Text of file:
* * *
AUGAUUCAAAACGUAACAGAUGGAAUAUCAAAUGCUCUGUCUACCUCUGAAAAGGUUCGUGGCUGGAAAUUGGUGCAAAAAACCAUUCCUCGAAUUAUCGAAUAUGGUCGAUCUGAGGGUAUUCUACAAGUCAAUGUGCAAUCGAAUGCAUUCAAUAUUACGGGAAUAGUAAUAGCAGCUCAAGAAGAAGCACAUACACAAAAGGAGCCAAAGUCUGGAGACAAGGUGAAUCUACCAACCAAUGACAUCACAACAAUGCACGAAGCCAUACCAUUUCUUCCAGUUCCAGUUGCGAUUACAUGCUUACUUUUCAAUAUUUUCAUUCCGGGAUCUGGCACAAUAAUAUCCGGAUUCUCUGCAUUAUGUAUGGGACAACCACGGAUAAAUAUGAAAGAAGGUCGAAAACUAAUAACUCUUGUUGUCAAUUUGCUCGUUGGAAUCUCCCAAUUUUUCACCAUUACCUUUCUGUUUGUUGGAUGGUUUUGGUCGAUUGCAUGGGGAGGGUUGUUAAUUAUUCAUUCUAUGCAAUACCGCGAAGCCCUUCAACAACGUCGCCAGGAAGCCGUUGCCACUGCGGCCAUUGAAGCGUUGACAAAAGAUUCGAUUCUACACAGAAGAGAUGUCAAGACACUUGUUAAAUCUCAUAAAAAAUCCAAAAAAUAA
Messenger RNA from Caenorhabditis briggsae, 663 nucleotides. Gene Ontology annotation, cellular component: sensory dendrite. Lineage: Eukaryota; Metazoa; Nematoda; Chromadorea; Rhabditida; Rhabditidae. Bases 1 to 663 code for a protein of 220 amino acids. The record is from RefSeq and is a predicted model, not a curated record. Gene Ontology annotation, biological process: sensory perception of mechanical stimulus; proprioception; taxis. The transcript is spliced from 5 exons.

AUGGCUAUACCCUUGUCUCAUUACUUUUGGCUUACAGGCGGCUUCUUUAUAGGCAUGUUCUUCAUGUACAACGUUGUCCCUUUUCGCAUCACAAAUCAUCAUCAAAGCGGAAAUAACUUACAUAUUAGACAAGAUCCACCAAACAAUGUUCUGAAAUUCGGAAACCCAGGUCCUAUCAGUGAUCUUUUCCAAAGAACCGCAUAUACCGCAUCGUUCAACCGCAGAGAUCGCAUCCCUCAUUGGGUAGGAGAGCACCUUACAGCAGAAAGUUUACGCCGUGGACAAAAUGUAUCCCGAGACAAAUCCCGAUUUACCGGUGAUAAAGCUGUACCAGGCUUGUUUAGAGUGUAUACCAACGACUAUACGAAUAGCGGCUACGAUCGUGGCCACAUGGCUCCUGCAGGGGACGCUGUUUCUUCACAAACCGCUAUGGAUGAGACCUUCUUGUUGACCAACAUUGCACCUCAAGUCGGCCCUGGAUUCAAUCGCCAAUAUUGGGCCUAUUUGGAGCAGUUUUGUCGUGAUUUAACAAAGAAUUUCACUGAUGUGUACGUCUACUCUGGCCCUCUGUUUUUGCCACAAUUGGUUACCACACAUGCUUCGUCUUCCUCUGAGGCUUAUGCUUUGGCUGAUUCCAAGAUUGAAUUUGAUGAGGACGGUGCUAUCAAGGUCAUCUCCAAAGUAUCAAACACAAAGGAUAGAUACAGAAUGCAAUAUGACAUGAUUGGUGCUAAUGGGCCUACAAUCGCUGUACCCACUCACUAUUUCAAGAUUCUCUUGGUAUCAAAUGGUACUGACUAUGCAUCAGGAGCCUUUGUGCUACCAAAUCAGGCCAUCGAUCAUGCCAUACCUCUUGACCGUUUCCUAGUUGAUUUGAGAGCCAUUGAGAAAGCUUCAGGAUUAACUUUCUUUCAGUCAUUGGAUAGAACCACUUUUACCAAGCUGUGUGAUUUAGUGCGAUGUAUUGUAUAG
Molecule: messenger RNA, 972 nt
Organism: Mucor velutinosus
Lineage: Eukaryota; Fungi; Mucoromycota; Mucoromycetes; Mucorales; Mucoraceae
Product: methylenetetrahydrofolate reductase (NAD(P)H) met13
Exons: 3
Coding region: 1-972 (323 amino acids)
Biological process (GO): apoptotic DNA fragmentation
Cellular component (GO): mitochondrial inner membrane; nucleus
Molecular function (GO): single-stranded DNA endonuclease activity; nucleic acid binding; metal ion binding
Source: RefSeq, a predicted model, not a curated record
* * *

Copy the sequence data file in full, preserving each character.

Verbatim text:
AUGAUUCAAAACGUAACAGAUGGAAUAUCAAAUGCUCUGUCUACCUCUGAAAAGGUUCGUGGCUGGAAAUUGGUGCAAAAAACCAUUCCUCGAAUUAUCGAAUAUGGUCGAUCUGAGGGUAUUCUACAAGUCAAUGUGCAAUCGAAUGCAUUCAAUAUUACGGGAAUAGUAAUAGCAGCUCAAGAAGAAGCACAUACACAAAAGGAGCCAAAGUCUGGAGACAAGGUGAAUCUACCAACCAAUGACAUCACAACAAUGCACGAAGCCAUACCAUUUCUUCCAGUUCCAGUUGCGAUUACAUGCUUACUUUUCAAUAUUUUCAUUCCGGGAUCUGGCACAAUAAUAUCCGGAUUCUCUGCAUUAUGUAUGGGACAACCACGGAUAAAUAUGAAAGAAGGUCGAAAACUAAUAACUCUUGUUGUCAAUUUGCUCGUUGGAAUCUCCCAAUUUUUCACCAUUACCUUUCUGUUUGUUGGAUGGUUUUGGUCGAUUGCAUGGGGAGGGUUGUUAAUUAUUCAUUCUAUGCAAUACCGCGAAGCCCUUCAACAACGUCGCCAGGAAGCCGUUGCCACUGCGGCCAUUGAAGCGUUGACAAAAGAUUCGAUUCUACACAGAAGAGAUGUCAAGACACUUGUUAAAUCUCAUAAAAAAUCCAAAAAAUAA
Messenger RNA from Caenorhabditis briggsae, 663 nucleotides. Gene Ontology annotation, cellular component: sensory dendrite. Lineage: Eukaryota; Metazoa; Nematoda; Chromadorea; Rhabditida; Rhabditidae. Bases 1 to 663 code for a protein of 220 amino acids. The record is from RefSeq and is a predicted model, not a curated record. Gene Ontology annotation, biological process: sensory perception of mechanical stimulus; proprioception; taxis. The transcript is spliced from 5 exons.

AUGGCUAUACCCUUGUCUCAUUACUUUUGGCUUACAGGCGGCUUCUUUAUAGGCAUGUUCUUCAUGUACAACGUUGUCCCUUUUCGCAUCACAAAUCAUCAUCAAAGCGGAAAUAACUUACAUAUUAGACAAGAUCCACCAAACAAUGUUCUGAAAUUCGGAAACCCAGGUCCUAUCAGUGAUCUUUUCCAAAGAACCGCAUAUACCGCAUCGUUCAACCGCAGAGAUCGCAUCCCUCAUUGGGUAGGAGAGCACCUUACAGCAGAAAGUUUACGCCGUGGACAAAAUGUAUCCCGAGACAAAUCCCGAUUUACCGGUGAUAAAGCUGUACCAGGCUUGUUUAGAGUGUAUACCAACGACUAUACGAAUAGCGGCUACGAUCGUGGCCACAUGGCUCCUGCAGGGGACGCUGUUUCUUCACAAACCGCUAUGGAUGAGACCUUCUUGUUGACCAACAUUGCACCUCAAGUCGGCCCUGGAUUCAAUCGCCAAUAUUGGGCCUAUUUGGAGCAGUUUUGUCGUGAUUUAACAAAGAAUUUCACUGAUGUGUACGUCUACUCUGGCCCUCUGUUUUUGCCACAAUUGGUUACCACACAUGCUUCGUCUUCCUCUGAGGCUUAUGCUUUGGCUGAUUCCAAGAUUGAAUUUGAUGAGGACGGUGCUAUCAAGGUCAUCUCCAAAGUAUCAAACACAAAGGAUAGAUACAGAAUGCAAUAUGACAUGAUUGGUGCUAAUGGGCCUACAAUCGCUGUACCCACUCACUAUUUCAAGAUUCUCUUGGUAUCAAAUGGUACUGACUAUGCAUCAGGAGCCUUUGUGCUACCAAAUCAGGCCAUCGAUCAUGCCAUACCUCUUGACCGUUUCCUAGUUGAUUUGAGAGCCAUUGAGAAAGCUUCAGGAUUAACUUUCUUUCAGUCAUUGGAUAGAACCACUUUUACCAAGCUGUGUGAUUUAGUGCGAUGUAUUGUAUAG
Molecule: messenger RNA, 972 nt
Organism: Mucor velutinosus
Lineage: Eukaryota; Fungi; Mucoromycota; Mucoromycetes; Mucorales; Mucoraceae
Product: methylenetetrahydrofolate reductase (NAD(P)H) met13
Exons: 3
Coding region: 1-972 (323 amino acids)
Biological process (GO): apoptotic DNA fragmentation
Cellular component (GO): mitochondrial inner membrane; nucleus
Molecular function (GO): single-stranded DNA endonuclease activity; nucleic acid binding; metal ion binding
Source: RefSeq, a predicted model, not a curated record